Remembering Professor David Haley

The scholar of Early Modern literature taught U students for nearly six decades
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Professor Emeritus David Haley died in Minneapolis October 13 at the age of 86, surrounded by family. According to his daughters, he was quoting Shakespeare sonnets, Swinburne, T.S. Eliot, and Tennyson to the end.

“David was a friend, colleague, and scholar I held in the highest regard for his encyclopedic erudition, his graceful writing, his ready wit, and his kindness and ever-good nature,” says Professor Emeritus Tom Clayton.

Professor Haley retired from the Department of English in the spring of 2022. He came to the U in 1964 after receiving his PhD and AB from Harvard University, where he received the Detur Prize and Phi Beta Kappa and completed the dissertation “Elizabethan Drama on the Restoration Stage.”

A scholar of the Early Modern period, Professor Haley was the author of two well-received books: Shakespeare’s Courtly Mirror (University of Delaware Press, 1993) and Dryden and the Problem of Freedom: The Republican Aftermath, 1649-1680 (Yale University Press, 1997). He also published a wealth of journal articles and anthology essays. From 1996 to 2009, he presented a paper almost every year at the American Society for Eighteenth-Century Studies annual meeting.

Over his 58 years of service at the University of Minnesota, Haley instructed generations of undergraduate and graduate students on the subtleties of Shakespeare, Milton, Dryden, and Spenser. He also taught such themed courses as “The Literature of the King James Bible,” “Politics and Poetry in the Renaissance,” “The Italian Epic in England,” and “Problems in the Criticism of Shakespeare’s Sonnets.”

“Students found his scholarship awesome (in the pre-clichéd sense) and his readiness to help them a quality not always to be found and greatly to be appreciated,” Professor Clayton notes. “He was always willing, indeed eager, to serve on a dissertation committee, and always an indispensable member. He helped students, and he helped me. I was deeply saddened to learn of his death. I somehow cannot imagine his not being there when needed by anyone who called upon him.”

Professor Haley’s assistance to others extended to administration: he served on the College of Liberal Arts Assembly 2004-2007 and was a member of many English department committees over the years, from the original Curriculum Committee in the mid- to late 1960s to multiple stints on the Faculty Affairs Advisory Committee, Graduate Advisory Committee, and Undergraduate Advisory Committee through the 2000s.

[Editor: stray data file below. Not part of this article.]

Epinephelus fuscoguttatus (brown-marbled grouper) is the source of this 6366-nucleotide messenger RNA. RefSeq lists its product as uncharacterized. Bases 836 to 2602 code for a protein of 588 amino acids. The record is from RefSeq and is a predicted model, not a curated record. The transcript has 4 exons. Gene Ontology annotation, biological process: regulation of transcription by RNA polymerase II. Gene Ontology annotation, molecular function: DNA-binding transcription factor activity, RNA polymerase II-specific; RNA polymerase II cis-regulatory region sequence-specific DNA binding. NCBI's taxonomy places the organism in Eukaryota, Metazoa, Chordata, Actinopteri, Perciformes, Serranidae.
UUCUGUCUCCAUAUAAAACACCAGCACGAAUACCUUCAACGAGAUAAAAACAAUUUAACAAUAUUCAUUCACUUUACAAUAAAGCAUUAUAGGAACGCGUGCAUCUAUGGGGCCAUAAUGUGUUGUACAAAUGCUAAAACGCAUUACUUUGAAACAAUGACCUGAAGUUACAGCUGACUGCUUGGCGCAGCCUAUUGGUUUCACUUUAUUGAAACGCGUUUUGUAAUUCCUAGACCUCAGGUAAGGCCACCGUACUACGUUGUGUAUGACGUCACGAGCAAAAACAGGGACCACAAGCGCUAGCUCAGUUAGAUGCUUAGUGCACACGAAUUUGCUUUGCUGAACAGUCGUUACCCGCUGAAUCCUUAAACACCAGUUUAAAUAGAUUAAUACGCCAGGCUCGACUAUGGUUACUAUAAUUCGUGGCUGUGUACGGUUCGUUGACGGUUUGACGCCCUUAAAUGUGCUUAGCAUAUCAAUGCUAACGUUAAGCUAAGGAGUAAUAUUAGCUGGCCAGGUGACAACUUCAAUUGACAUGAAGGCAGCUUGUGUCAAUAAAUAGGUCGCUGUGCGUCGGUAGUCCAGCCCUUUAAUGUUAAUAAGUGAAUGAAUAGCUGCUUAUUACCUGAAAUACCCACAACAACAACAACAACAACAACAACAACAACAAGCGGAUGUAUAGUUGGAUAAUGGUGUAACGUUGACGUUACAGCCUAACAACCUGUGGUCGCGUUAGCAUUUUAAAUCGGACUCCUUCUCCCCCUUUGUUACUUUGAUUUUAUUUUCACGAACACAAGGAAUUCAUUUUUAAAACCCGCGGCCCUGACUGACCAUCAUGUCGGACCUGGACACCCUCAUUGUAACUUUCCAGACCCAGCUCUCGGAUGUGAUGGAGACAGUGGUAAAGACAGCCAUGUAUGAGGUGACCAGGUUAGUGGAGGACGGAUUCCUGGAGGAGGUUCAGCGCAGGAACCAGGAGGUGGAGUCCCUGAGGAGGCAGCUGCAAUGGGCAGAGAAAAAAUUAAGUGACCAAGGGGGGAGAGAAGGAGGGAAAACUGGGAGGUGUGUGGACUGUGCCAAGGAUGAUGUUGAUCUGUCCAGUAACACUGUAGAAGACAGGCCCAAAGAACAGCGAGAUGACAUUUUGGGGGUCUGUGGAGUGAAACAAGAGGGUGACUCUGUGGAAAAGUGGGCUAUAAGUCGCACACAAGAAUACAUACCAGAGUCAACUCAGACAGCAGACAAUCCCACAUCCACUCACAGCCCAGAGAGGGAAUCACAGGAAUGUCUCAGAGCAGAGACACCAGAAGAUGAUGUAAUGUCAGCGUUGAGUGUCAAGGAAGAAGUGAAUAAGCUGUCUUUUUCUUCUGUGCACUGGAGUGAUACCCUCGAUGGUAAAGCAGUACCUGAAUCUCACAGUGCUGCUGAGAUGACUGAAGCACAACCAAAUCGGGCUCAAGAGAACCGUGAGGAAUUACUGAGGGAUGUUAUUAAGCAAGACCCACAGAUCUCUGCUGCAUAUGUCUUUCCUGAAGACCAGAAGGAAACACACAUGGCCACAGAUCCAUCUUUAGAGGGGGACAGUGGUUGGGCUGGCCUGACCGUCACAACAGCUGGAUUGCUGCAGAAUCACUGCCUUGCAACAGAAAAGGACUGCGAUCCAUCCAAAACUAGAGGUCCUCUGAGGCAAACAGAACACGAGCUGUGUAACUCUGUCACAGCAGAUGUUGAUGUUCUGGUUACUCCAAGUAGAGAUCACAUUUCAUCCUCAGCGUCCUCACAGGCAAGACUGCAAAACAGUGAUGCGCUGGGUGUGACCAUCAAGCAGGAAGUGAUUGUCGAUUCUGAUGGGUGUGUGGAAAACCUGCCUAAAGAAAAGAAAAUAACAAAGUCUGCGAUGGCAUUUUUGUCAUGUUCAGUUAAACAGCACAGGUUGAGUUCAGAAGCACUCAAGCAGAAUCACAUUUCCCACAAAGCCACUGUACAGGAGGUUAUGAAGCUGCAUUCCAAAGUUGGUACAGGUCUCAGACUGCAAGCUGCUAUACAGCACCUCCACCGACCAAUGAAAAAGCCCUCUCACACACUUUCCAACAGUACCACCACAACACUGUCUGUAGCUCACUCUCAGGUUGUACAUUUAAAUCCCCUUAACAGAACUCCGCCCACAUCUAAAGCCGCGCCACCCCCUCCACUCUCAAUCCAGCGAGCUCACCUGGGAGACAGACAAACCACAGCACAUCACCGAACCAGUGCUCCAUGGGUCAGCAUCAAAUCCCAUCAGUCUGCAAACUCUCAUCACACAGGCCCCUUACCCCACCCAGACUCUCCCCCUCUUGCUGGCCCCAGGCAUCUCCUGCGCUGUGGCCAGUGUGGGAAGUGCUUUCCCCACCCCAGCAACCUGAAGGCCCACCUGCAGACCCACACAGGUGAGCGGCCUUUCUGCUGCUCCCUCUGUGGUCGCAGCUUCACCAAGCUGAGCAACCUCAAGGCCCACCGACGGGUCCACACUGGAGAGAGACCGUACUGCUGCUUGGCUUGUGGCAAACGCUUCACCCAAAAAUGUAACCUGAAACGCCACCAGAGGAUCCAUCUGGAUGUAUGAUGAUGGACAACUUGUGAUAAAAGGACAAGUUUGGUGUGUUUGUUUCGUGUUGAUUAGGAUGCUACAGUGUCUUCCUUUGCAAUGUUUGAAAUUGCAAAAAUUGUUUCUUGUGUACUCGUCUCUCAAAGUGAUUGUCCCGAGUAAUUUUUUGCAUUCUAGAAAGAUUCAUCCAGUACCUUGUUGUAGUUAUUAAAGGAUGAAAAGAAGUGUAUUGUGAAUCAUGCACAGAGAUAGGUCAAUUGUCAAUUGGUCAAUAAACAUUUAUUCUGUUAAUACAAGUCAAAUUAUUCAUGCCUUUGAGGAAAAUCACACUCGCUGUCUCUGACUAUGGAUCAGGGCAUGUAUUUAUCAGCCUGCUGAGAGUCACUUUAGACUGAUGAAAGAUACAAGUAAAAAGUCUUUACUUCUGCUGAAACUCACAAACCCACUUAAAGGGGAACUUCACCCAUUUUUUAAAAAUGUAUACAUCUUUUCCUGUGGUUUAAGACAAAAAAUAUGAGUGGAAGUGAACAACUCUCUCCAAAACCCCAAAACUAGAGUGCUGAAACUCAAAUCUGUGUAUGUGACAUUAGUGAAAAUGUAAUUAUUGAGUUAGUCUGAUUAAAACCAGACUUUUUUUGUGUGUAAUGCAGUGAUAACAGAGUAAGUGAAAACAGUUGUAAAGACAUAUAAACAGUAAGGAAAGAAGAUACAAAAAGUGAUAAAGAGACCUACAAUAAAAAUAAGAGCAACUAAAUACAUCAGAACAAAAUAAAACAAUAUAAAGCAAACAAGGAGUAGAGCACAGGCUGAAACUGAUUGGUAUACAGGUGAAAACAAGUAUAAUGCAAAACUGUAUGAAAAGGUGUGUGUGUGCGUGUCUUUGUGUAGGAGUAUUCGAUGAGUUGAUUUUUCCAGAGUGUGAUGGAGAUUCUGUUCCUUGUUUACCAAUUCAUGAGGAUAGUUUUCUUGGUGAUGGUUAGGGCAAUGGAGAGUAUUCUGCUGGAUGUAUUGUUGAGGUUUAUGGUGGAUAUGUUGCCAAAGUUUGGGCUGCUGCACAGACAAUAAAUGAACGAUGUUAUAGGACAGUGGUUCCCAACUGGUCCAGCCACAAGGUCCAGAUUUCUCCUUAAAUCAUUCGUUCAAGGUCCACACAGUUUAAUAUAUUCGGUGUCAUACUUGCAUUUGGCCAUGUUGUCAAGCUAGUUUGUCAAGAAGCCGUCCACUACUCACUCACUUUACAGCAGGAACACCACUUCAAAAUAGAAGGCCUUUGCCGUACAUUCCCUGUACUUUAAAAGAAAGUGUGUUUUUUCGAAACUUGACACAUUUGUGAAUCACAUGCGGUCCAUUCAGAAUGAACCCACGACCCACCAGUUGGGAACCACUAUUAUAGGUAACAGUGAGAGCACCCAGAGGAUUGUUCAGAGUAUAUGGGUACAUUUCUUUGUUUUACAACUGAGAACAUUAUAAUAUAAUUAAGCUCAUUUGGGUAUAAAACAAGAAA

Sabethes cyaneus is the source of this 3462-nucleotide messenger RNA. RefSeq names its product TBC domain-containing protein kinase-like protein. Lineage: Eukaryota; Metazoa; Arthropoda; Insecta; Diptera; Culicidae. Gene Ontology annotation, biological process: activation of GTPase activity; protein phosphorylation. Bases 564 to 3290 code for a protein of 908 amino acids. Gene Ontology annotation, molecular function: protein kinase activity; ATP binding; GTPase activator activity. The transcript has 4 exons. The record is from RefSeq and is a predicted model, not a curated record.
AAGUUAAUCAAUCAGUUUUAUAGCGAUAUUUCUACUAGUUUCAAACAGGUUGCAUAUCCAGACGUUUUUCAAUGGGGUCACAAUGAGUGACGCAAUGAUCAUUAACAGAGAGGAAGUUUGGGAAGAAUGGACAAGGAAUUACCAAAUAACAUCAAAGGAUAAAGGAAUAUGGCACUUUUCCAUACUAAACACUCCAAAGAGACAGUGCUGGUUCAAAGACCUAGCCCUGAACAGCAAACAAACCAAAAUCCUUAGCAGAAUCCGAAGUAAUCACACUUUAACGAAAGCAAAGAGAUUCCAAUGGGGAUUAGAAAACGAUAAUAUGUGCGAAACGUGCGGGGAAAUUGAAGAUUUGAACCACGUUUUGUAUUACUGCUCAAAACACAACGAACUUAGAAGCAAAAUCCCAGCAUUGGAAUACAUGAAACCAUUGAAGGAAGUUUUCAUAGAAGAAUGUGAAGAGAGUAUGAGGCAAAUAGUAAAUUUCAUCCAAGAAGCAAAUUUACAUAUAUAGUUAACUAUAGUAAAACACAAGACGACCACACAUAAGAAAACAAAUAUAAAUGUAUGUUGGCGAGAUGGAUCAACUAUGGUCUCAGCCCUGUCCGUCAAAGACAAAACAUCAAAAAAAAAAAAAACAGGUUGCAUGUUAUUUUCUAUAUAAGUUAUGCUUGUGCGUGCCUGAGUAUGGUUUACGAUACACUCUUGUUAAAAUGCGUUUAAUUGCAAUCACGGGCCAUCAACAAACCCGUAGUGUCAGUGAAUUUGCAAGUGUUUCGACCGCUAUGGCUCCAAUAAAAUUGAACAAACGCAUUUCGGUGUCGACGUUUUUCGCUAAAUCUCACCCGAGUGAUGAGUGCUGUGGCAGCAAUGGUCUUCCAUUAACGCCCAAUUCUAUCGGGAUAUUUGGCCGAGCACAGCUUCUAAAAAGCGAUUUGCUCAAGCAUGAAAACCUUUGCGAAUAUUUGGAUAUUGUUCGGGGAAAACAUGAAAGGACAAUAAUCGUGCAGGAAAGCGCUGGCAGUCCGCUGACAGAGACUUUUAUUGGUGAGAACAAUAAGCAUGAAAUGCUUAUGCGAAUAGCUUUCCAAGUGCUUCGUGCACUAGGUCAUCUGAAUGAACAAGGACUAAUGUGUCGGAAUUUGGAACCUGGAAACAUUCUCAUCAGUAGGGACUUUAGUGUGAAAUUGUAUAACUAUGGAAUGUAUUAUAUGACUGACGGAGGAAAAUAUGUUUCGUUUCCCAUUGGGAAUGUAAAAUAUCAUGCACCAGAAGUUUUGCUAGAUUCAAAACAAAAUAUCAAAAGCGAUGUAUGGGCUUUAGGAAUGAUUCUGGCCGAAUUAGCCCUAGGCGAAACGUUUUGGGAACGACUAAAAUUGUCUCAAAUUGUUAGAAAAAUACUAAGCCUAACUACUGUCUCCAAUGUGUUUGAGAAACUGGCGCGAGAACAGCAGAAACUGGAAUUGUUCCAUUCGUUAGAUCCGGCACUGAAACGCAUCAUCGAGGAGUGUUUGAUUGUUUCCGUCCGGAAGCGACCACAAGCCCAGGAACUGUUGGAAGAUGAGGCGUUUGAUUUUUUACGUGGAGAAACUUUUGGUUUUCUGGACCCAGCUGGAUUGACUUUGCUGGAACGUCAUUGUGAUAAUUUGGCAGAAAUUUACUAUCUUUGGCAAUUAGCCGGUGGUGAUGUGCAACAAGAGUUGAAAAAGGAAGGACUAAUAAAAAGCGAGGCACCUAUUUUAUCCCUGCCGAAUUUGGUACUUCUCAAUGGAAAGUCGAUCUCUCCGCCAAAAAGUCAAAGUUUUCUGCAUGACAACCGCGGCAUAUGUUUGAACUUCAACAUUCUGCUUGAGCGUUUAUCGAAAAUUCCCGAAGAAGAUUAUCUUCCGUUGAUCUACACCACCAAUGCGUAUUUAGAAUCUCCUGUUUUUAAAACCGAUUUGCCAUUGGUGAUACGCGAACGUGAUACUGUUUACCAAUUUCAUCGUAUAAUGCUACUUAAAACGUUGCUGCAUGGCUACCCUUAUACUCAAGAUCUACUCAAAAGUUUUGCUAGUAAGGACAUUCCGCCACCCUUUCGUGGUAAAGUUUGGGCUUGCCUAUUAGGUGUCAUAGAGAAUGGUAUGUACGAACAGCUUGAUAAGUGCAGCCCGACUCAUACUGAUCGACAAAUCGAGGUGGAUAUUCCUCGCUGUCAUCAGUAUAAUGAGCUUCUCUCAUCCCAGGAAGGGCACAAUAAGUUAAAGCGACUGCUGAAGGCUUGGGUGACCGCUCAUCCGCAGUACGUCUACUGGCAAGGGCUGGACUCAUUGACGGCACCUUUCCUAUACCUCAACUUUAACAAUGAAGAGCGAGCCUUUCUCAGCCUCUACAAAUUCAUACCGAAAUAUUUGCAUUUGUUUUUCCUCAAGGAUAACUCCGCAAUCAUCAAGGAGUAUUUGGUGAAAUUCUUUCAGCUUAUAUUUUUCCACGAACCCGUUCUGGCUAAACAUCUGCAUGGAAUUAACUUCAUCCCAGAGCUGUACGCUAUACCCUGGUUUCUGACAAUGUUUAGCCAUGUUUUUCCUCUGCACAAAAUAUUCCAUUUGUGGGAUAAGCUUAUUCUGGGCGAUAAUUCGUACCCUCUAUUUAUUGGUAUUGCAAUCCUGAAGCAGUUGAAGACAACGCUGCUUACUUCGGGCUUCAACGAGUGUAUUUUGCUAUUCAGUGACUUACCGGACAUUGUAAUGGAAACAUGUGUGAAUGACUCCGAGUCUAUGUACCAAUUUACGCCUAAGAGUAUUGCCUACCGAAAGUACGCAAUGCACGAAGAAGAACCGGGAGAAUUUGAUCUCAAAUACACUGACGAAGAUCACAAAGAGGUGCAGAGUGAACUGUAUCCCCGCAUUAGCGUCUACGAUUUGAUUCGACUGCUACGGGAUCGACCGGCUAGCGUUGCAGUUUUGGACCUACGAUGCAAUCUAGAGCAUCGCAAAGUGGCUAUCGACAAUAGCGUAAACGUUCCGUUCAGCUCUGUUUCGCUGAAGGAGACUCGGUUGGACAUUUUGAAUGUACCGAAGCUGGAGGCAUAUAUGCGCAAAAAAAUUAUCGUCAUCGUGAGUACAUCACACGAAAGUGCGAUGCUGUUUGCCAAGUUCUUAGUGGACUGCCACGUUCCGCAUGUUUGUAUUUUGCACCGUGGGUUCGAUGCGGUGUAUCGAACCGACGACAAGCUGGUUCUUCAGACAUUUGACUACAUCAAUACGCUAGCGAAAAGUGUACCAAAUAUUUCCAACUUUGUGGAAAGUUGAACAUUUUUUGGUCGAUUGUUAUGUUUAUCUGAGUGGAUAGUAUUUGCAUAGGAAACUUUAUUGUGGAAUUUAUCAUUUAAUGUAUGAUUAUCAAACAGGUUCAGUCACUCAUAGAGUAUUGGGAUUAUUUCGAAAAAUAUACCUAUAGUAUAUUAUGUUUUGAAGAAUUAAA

“David was at the U before I was,” says Professor Emeritus Edward Griffin, “but he quickly sought me out and showed me around the campus. That established a friendly relationship, one that lasted a long time! He studied England, and I studied New England. Often, when I was researching a conflict that had taken place in the American colonies, I’d ask David about it and he’d zero in on the British viewpoint, thus giving me a perspective I could use in class. I am very sorry to learn of his passing.” 

Beyond his published work, Haley completed half of a manuscript exploring the implications of Sonnet 144 within Shakespeare’s sonnet sequence—having memorized every sonnet. His memory was by all accounts extraordinary. And he brought it to bear on many fields: “David was a Renaissance man who made everything human his interest,” according to his (unpublished) obituary, “notably politics, philosophy, literature, art, music, sports, and languages.”

As just one example of those wide-ranging interests, current English Chair Kathryn Nuernberger recalls a tour of Pillsbury Hall during its renovation that Professor Haley also attended. “The building was mid-demolition and a complete wreck,” says Nuernberger, “but David was mesmerized by all the potential he could see in the grand spiral staircase. He told me all about the ingenious engineering strategy borrowed from French cathedrals to vault the cupola at the top of the stairwell.

“Now, whenever I pause on those stairs to look up,” continues Nuernberger, “I think about David.”

As will many of us in the department, now and into the future.

Professor Haley is survived by his three children and five grandchildren. His wife of 52 years, Cornelia Haley, predeceased him. The Department of English offers deepest condolences to his family, friends, and colleagues.

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